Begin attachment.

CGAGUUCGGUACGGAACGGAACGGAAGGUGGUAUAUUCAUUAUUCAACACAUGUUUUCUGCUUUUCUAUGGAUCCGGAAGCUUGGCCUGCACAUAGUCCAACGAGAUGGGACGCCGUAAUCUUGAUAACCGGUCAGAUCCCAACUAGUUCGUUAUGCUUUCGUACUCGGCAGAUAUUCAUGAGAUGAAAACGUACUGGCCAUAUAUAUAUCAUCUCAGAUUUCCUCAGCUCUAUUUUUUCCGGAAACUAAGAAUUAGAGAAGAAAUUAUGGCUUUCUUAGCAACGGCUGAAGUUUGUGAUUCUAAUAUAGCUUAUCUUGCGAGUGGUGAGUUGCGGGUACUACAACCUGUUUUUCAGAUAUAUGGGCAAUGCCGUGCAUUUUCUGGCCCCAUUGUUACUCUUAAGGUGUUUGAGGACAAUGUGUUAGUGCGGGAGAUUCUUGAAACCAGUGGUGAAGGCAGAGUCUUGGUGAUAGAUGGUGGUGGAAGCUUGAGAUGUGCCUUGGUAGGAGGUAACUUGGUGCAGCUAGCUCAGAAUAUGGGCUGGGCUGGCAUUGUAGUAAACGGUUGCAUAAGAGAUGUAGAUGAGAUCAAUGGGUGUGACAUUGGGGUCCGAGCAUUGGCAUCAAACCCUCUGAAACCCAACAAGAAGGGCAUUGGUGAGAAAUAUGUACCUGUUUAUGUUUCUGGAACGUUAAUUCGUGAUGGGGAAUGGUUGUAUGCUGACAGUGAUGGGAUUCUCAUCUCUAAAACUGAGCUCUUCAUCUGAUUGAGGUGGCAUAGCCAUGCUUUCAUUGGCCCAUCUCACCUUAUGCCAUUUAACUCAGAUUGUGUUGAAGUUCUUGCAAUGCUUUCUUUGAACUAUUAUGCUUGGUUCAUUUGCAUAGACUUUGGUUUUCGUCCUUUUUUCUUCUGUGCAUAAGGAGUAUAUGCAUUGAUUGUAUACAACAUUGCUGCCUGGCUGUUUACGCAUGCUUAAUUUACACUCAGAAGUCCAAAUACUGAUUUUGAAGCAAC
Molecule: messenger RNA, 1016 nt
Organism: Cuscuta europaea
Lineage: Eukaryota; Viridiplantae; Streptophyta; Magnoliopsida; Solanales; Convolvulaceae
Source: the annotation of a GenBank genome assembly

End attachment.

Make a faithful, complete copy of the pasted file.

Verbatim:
CGAGUUCGGUACGGAACGGAACGGAAGGUGGUAUAUUCAUUAUUCAACACAUGUUUUCUGCUUUUCUAUGGAUCCGGAAGCUUGGCCUGCACAUAGUCCAACGAGAUGGGACGCCGUAAUCUUGAUAACCGGUCAGAUCCCAACUAGUUCGUUAUGCUUUCGUACUCGGCAGAUAUUCAUGAGAUGAAAACGUACUGGCCAUAUAUAUAUCAUCUCAGAUUUCCUCAGCUCUAUUUUUUCCGGAAACUAAGAAUUAGAGAAGAAAUUAUGGCUUUCUUAGCAACGGCUGAAGUUUGUGAUUCUAAUAUAGCUUAUCUUGCGAGUGGUGAGUUGCGGGUACUACAACCUGUUUUUCAGAUAUAUGGGCAAUGCCGUGCAUUUUCUGGCCCCAUUGUUACUCUUAAGGUGUUUGAGGACAAUGUGUUAGUGCGGGAGAUUCUUGAAACCAGUGGUGAAGGCAGAGUCUUGGUGAUAGAUGGUGGUGGAAGCUUGAGAUGUGCCUUGGUAGGAGGUAACUUGGUGCAGCUAGCUCAGAAUAUGGGCUGGGCUGGCAUUGUAGUAAACGGUUGCAUAAGAGAUGUAGAUGAGAUCAAUGGGUGUGACAUUGGGGUCCGAGCAUUGGCAUCAAACCCUCUGAAACCCAACAAGAAGGGCAUUGGUGAGAAAUAUGUACCUGUUUAUGUUUCUGGAACGUUAAUUCGUGAUGGGGAAUGGUUGUAUGCUGACAGUGAUGGGAUUCUCAUCUCUAAAACUGAGCUCUUCAUCUGAUUGAGGUGGCAUAGCCAUGCUUUCAUUGGCCCAUCUCACCUUAUGCCAUUUAACUCAGAUUGUGUUGAAGUUCUUGCAAUGCUUUCUUUGAACUAUUAUGCUUGGUUCAUUUGCAUAGACUUUGGUUUUCGUCCUUUUUUCUUCUGUGCAUAAGGAGUAUAUGCAUUGAUUGUAUACAACAUUGCUGCCUGGCUGUUUACGCAUGCUUAAUUUACACUCAGAAGUCCAAAUACUGAUUUUGAAGCAAC
Molecule: messenger RNA, 1016 nt
Organism: Cuscuta europaea
Lineage: Eukaryota; Viridiplantae; Streptophyta; Magnoliopsida; Solanales; Convolvulaceae
Source: the annotation of a GenBank genome assembly